Namue C, Wongsawad C, 1997. A survey of helminth infection in rats (Rattus spp.) from Chiang Mai Moat. Southeast Asian J Trop Med Public Health 28 (Suppl 1):179–183.

    • Search Google Scholar
    • Export Citation
  • 3

    Pipitgool V, Sithithaworn P, Pongmuttasaya P, Hinz E, 1997. Angiostrongylus infections in rats and snails in northeast Thailand. Southeast Asian J Trop Med Public Health 28 (Suppl 1):190–193.

    • Search Google Scholar
    • Export Citation
  • 4

    Lv S, Zhang Y, Steinmann P, Zhou XN, 2008. Emerging angiostrongyliasis in Mainland China. Emerg Infect Dis 14 :161–164.

  • 5

    Dissanaike AS, Ihalamulla RL, Naotunne TS, Senarathna T, Withana DS, 2001. Third report of ocular parastrongyliasis (angiostrongyliasis) from Sri Lanka. Parassitologia 43 :95–97.

    • Search Google Scholar
    • Export Citation
  • 6

    Campbell BG, Little MD, 1988. The finding of Angiostrongylus cantonensis in rats in New Orleans. Am J Trop Med Hyg 38 :568–573.

  • 7

    Bartschi E, Bordmann G, Blum J, Rothen M, 2004. Eosinophilic meningitis due to Angiostrongylus cantonensis in Switzerland. Infection 32 :116–118.

    • Search Google Scholar
    • Export Citation
  • 8

    Bronstein JA, Thevenot J, Tourneux M, 1978. Eosinophilic meningitis in Tahiti: clinical study of 54 patients. N Z Med J 88 :491–493.

  • 9

    Oku Y, Katakura K, Kamiya M, 1980. Tadpole of the clawed frog, Xenopus laevis, as an experimental transmission host of Angiostrongylus cantonensis. Am J Trop Med Hyg 29 :316–318.

    • Search Google Scholar
    • Export Citation
  • 10

    Radomyos P, Tungtrongchitr A, Praewanich R, Khewwatchan P, Kantangkul T, Junlananto P, Ayudhya SI, 1994. Occurrence of the infective stage of Angiostrongylus cantonensis in the yellow tree monitor (Varanus bengalensis) in five Provinces of Thailand. Southeast Asian J Trop Med Public Health 25 :498–500.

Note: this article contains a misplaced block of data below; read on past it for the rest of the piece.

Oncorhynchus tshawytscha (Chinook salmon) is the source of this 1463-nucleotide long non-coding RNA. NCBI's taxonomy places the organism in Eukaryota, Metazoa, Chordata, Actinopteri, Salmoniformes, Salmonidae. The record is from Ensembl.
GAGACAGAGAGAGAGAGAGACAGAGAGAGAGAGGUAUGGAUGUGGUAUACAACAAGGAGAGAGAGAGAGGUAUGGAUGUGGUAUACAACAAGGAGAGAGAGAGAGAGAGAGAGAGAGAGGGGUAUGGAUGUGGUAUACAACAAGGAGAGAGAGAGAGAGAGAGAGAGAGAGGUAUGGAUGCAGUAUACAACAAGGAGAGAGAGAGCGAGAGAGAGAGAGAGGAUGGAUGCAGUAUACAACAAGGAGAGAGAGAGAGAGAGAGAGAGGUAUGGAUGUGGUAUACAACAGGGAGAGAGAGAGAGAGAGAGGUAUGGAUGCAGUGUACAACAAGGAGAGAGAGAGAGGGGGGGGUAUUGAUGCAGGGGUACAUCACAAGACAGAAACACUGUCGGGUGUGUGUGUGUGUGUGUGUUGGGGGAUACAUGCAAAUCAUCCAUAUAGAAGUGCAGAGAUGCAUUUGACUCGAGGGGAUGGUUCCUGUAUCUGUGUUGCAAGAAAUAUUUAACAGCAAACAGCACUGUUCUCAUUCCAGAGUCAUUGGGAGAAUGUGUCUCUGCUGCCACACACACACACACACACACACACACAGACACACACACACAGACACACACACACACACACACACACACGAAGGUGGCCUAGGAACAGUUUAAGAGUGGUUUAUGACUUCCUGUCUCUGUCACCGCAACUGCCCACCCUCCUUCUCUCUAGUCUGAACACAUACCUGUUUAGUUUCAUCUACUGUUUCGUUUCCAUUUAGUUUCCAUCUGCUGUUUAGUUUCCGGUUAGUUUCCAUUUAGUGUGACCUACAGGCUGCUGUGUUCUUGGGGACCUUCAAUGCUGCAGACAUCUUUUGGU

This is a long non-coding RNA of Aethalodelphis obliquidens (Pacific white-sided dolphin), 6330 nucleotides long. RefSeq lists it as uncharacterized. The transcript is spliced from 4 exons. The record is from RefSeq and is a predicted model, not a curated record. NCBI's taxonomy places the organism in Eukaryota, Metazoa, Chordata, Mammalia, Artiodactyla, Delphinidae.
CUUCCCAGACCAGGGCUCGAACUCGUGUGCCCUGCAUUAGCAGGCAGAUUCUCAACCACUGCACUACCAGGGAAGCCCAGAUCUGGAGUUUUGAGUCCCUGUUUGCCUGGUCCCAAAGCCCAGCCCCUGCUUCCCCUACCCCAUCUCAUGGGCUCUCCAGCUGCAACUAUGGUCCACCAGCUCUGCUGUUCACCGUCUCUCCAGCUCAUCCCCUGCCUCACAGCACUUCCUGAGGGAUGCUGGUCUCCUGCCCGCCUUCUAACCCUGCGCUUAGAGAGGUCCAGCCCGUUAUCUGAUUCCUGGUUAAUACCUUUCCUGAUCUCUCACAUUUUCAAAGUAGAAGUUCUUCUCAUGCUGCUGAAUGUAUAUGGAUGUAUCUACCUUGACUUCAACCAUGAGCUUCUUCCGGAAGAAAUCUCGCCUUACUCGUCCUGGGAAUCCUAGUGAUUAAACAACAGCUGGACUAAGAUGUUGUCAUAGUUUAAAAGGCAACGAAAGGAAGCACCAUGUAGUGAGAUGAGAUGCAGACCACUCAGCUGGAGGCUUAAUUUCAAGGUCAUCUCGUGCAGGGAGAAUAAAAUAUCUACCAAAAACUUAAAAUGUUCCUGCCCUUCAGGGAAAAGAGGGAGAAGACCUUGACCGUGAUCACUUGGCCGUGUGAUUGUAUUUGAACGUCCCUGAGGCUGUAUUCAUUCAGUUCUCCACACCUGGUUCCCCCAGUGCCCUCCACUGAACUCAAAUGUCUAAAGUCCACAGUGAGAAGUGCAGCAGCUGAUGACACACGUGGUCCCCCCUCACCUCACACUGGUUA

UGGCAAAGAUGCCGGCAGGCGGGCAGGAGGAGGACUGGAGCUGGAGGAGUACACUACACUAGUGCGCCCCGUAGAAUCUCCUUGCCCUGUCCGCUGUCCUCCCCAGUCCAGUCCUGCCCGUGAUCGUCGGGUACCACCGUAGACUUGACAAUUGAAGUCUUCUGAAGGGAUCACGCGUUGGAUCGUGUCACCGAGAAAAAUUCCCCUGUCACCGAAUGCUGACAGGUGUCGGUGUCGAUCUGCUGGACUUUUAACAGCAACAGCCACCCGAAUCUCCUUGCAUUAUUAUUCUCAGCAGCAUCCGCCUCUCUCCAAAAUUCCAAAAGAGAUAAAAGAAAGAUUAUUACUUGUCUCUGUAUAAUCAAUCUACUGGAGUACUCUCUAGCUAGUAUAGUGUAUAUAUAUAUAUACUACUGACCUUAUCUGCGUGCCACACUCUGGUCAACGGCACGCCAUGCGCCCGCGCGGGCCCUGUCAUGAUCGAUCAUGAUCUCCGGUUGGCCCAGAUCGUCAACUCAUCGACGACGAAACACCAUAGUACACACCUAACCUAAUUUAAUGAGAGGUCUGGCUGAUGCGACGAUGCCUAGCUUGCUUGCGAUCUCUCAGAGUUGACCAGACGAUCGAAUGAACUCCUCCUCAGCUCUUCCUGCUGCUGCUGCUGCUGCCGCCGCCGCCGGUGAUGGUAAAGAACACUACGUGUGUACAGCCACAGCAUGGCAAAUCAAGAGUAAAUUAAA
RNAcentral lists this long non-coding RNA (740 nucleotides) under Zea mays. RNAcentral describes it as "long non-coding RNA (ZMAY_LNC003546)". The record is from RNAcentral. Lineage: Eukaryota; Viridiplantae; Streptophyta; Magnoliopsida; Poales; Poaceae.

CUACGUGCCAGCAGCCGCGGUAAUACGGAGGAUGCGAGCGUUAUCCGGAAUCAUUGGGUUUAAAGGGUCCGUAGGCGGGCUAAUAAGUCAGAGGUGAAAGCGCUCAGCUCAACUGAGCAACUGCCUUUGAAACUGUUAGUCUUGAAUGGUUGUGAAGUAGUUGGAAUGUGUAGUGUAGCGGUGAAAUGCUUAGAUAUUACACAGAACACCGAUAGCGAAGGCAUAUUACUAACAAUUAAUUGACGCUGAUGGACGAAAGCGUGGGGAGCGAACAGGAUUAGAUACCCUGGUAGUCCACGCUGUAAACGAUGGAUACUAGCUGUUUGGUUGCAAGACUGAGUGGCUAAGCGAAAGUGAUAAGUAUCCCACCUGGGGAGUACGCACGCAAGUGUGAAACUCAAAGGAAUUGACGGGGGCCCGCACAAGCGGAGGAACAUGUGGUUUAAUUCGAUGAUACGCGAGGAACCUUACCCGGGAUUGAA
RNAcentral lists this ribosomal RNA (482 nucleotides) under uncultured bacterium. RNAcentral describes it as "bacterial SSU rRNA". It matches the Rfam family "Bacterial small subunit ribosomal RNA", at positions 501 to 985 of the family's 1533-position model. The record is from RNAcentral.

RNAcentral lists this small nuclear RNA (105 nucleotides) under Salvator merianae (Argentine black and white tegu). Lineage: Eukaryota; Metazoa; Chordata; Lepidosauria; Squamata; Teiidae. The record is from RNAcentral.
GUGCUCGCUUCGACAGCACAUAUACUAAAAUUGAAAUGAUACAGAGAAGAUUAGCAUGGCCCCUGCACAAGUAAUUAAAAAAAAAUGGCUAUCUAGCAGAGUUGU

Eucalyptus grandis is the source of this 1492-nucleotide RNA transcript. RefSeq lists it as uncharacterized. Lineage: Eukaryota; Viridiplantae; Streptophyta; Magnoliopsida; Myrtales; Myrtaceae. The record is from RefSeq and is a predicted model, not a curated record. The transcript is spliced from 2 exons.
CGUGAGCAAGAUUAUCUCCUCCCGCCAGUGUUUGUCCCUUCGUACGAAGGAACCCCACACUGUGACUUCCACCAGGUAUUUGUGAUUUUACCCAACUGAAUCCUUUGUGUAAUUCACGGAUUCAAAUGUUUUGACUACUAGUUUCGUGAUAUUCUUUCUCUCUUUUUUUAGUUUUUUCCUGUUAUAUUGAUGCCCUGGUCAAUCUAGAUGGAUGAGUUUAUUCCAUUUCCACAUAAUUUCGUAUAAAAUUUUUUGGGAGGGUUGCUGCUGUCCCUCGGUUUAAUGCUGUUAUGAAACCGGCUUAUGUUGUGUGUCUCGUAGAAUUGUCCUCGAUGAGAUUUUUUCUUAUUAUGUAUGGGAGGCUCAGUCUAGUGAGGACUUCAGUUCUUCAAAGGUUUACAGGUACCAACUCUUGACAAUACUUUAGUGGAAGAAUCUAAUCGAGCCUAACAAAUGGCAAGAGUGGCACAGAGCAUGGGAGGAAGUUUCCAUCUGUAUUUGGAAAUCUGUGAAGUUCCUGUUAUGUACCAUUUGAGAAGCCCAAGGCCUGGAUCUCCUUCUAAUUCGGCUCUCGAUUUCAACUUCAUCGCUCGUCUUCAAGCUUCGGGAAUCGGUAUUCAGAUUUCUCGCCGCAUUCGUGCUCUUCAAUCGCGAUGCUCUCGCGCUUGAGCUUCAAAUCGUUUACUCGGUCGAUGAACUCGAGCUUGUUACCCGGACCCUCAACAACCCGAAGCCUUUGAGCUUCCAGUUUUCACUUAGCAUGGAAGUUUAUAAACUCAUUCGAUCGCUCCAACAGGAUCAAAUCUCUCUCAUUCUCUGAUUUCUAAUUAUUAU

• Search Google Scholar
    • Export Citation
  • 11

    Lai CH, Yen CM, Chin C, Chung HC, Kuo HC, Lin HH, 2007. Eosinophilic meningitis caused by Angiostrongylus cantonensis after ingestion of raw frogs. Am J Trop Med Hyg 76 :399–402.

    • Search Google Scholar
    • Export Citation
  • 12

    Bhaibulaya M, 1979. Geographical distribution of Angiostrongylus and Angiostrongyliasis in Thailand, Indo-China and Australia. Cross JH, ed. Studies on Angiostrongyliasis in Eastern Asia and Australia. A special publication of the U.S. Naval Medical Research Unit No. 2 Taipei, Taiwan NAMRU-2-SP-44. Taipei: L-C Publishing Company, 49–52.

  • 13

    Scrimgeour EM, 1984. Distribution of Angiostrongylus cantonensis in Papua New Guinea. Trans R Soc Trop Med Hyg 78 :776–779.

  • 14

    Ibrahim MM, 2007. Prevalence and intensity of Angiostrongylus cantonensis in freshwater snails in relation to some ecological and biological factors. Parasite 14 :61–70.

    • Search Google Scholar
    • Export Citation
  • 15

    Punyagupta S, Juttijudata P, Bunnag T, 1975. Eosinophilic meningitis in Thailand. Clinical studies of 484 typical cases probably caused by Angiostrongylus cantonensis. Am J Trop Med Hyg 24 :921–931.

    • Search Google Scholar
    • Export Citation
  • 16

    Kuberski T, Wallace GD, 1979. Clinical manifestations of eosinophilic meningitis due to Angiostrongylus cantonensis. Neurology 29 :1566–1570.

    • Search Google Scholar
    • Export Citation
  • 17

    Alto W, 2001. Human infections with Angiostrongylus cantonensis. Pac Health Dialog 8 :176–182.

  • 18

    Tsai HC, Liu YC, Kunin CM, Lee SS, Chen YS, Lin HH, Tsai TH, Lin WR, Huang CK, Yen MY, Yen CM, 2001. Eosinophilic meningitis caused by Angiostrongylus cantonensis: report of 17 cases. Am J Med 111 :109–114.

    • Search Google Scholar
    • Export Citation
  • 19

    Kliks MM, Kroenke K, Hardman JM, 1982. Eosinophilic radiculo-myeloencephalitis: an angiostrongyliasis outbreak in American Samoa related to ingestion of Achatina fulica snails. Am J Trop Med Hyg 31 :1114–1122.

    • Search Google Scholar
    • Export Citation
  • 20